In recent years, Back of the Net has had the player of the year count, before it went in camera, as a guide to predict a winner. This year, though, it’s a stab in the dark. That’s even more so given coaches decide polling by a points count of between one to five for one player in the opposition in each game. In 2017, American Jalon Brown won for his stellar golden boot season with Valentine and Kane Goodchild did the award double while at Hamilton a year earlier. If that is a guide, then Lake Macquarie striker Sam Walker appears a good bet. His tally of 16 goals secured him the leading scorer title and, given the effort was with the eighth-placed Roosters, he is likely to take the lion’s share of votes from his games. It would be great reward for Walker, who stuck with Lake Macquarie through their time in second division and narrowly missed the top scoring honour twice. Other contenders include Magic’s Kale Bradbery, who finished with 17 goals, including finals, and Edgeworth defenders/midfielders Pat Wheeler and Dom Bizzarri. However, all three are likely to lose votes to teammates given the depth and success of their clubs. Honourable mentions must go to players like Maitland’s Carl Thornton and Alex Read, Hamilton’s Tom Davies and Rhys Cooper, Lambton Jaffas’ Ben Hay and Marcus Duncan and Charlestown’s Matt Tull and Tom Smart for full and consistent seasons.
Well, this is a bit easier to work out. Damian Zane fell short of grand final victory and another FFA Cup round of 32 appearance with his Eagles but their efforts to win the league by 11 points surely gives him a fourth consecutive coach of the year title. It was perhaps his greatest achievement so far in a run that includes four premierships from four attempts, four grand final appearances for two wins, a national NPL final and a round of 16 Cup effort. After losing a host of players, including six regular starters, Edgeworth cruised to the title with minimal recruiting, exceeding all expectations. In Zane’s previous three premierships, Edgeworth won by only three or four points, making his performance this season with an arguably weaker squad even more remarkable. Broadmeadow’s Ruben Zadkovich would likely win in any other year after a grand final victory and round of 16 run in the Cup. Michael Bolch was another worth a mention after taking Maitland back to the finals in his first year.
Previously, Back of the Net has compiled an NPL team of the year using an inclusive criteria with at least one player from each club selected. However, after many failed to grasp the concept, I’ll keep it simple this year and pick the best, from mainly the best clubs, squeezed into a 4-3-3 with a holding midfielder and two No.10s.
Goalkeeper: Paul Bitz gets the nod after keeping the most clean sheets and helping Magic concede just 20 goals in the regular season – his first at the club. Edgeworth used two keepers – Nate Cavaliere and Josh Low – and both did well behind an excellent defence. Matt Trott was a close second to Bitz after letting in just 21 at Maitland.
Defenders: With the top-four sides conceding 21 goals or less this season, there are plenty of contenders here. Given Charlestown led for the opening nine rounds and made the FFA Cup round of 32 for the first time, they deserve at least one selection and right-back Tom Smart was one of their best. Edgeworth skipper Josh Evans picks himself as one centre-back and Maitland’s Alex Read gets the other spot given his efforts in defence and threat posed late in games as an extra attacker. Dom Bizzarri gets the left-back position, which he played in the grand final. He spent most of the season in midfield, where he excelled, but he deserves a place somewhere. Josh Rose starred at left-back for the Eagles but played only half the season. Tom Davies, Marcus Duncan and Luke Virgili are others who could easily claim a position given their seasons.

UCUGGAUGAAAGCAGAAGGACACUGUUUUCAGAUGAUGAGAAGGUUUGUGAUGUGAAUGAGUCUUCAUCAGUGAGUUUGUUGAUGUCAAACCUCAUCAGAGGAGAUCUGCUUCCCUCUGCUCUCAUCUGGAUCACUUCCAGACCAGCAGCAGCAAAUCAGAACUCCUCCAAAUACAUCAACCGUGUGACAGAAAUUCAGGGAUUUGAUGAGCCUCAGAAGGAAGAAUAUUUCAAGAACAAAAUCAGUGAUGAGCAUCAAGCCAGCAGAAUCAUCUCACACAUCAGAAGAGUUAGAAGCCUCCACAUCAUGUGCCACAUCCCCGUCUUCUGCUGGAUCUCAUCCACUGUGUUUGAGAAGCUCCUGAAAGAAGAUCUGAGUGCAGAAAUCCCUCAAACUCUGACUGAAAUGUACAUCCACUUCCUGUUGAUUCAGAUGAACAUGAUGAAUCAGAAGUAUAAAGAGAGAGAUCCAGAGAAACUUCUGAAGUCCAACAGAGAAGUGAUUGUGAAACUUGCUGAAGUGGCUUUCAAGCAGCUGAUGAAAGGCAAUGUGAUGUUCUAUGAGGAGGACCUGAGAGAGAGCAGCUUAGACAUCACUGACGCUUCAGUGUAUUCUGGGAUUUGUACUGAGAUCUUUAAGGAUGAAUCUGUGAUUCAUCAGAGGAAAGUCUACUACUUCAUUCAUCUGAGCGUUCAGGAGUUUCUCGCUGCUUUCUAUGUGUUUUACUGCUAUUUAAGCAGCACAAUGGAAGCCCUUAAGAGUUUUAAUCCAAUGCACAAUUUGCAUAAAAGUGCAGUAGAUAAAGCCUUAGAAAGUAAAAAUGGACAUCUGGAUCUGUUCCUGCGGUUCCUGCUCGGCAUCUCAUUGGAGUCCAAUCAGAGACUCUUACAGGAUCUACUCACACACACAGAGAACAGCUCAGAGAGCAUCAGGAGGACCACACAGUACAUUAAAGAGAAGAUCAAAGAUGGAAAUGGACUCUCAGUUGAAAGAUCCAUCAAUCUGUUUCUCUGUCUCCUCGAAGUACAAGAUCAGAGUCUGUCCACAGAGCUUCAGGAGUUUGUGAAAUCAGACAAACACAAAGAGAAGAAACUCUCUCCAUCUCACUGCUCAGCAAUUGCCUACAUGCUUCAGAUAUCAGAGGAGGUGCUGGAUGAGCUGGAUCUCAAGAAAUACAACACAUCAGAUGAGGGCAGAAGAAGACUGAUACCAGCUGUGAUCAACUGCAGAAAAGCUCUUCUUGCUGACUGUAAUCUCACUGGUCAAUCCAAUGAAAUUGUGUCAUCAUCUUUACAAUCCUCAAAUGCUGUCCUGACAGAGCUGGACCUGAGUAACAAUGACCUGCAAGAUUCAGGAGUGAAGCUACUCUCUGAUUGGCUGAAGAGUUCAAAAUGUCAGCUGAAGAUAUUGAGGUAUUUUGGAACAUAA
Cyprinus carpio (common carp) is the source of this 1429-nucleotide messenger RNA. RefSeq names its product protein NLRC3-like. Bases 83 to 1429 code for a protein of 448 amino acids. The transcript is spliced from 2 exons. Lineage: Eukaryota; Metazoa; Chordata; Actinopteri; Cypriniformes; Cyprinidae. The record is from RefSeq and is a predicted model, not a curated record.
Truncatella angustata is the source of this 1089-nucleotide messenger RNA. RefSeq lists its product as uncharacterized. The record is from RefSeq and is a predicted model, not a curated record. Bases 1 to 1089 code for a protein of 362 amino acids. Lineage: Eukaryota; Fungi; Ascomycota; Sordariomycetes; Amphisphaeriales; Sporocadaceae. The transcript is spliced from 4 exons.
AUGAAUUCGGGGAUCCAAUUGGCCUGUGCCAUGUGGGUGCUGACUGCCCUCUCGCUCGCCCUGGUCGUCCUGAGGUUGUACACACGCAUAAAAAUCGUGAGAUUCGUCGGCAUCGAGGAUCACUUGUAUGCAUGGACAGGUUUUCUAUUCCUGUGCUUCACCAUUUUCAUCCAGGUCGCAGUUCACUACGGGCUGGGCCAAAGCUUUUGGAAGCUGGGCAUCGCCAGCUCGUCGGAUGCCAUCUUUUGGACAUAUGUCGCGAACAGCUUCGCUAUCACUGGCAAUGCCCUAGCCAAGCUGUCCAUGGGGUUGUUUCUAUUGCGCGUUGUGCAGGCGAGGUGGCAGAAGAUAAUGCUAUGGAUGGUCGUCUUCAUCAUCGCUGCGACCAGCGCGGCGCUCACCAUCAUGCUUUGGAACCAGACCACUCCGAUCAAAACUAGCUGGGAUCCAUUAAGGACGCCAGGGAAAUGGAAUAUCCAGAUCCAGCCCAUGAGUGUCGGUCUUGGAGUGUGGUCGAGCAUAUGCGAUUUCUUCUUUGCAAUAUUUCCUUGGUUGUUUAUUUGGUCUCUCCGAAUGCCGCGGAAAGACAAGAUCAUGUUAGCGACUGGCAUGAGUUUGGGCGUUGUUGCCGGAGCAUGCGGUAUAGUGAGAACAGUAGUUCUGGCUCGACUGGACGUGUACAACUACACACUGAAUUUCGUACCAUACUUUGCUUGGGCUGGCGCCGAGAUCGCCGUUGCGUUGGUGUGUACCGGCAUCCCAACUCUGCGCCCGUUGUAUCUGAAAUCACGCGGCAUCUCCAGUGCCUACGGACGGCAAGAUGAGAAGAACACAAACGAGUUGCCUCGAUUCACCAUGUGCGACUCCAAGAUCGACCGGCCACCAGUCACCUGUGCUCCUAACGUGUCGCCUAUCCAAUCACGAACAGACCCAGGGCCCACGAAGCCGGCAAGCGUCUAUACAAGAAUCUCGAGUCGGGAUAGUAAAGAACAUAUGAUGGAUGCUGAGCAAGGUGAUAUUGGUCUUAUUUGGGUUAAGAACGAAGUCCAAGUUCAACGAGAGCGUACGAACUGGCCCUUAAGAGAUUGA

Midfielders: Another tough one to narrow down, especially with so many in-form defensive midfielders. Edgeworth’s Pat Wheeler, who also played at centre-back, more than earned his place but Carl Thornton can count himself as unlucky to miss out after another outstanding year. Riddled with injury, the Jaffas had only a few that played a majority of games, and one was Ben Hay. He gets the left-side spot alongside Hamilton's Rhys Cooper, who was again a standout attacking midfielder. Honourable mentions go to Justin Broadley (Magic), Leo Bertos (Olympic) and Matt Tull (Blues) for consistently solid performances.
Forwards: This was the easy part. Sam Walker is a must after his league-leading performance with a lower-ranked side and Broadmeadow speedsters James Virgili and Kale Bradbery were not far behind with 14 each in the regular season. Teammate John Majurovski was also excellent in his comeback year, while Scott Pettit was consistently Olympic’s best up top.
Valentine, followed closely by Northern NSW Football’s presentation of premiership trophies. Phoenix fell from narrowly missing the finals on 35 points in 2017 to last with just 11. Player of the year Jalon Brown was excellent, but that loss should not signal a fall of that magnitude. As for the trophy presentations, NNSWF won no friends when they failed to have the silverware on hand for Edgeworth’s penultimate round win on their Old Boys’ day. Again on Sunday at Adamstown, all four youth grade premiers bowed out in semi-finals without first getting a trophy for finishing atop the table.
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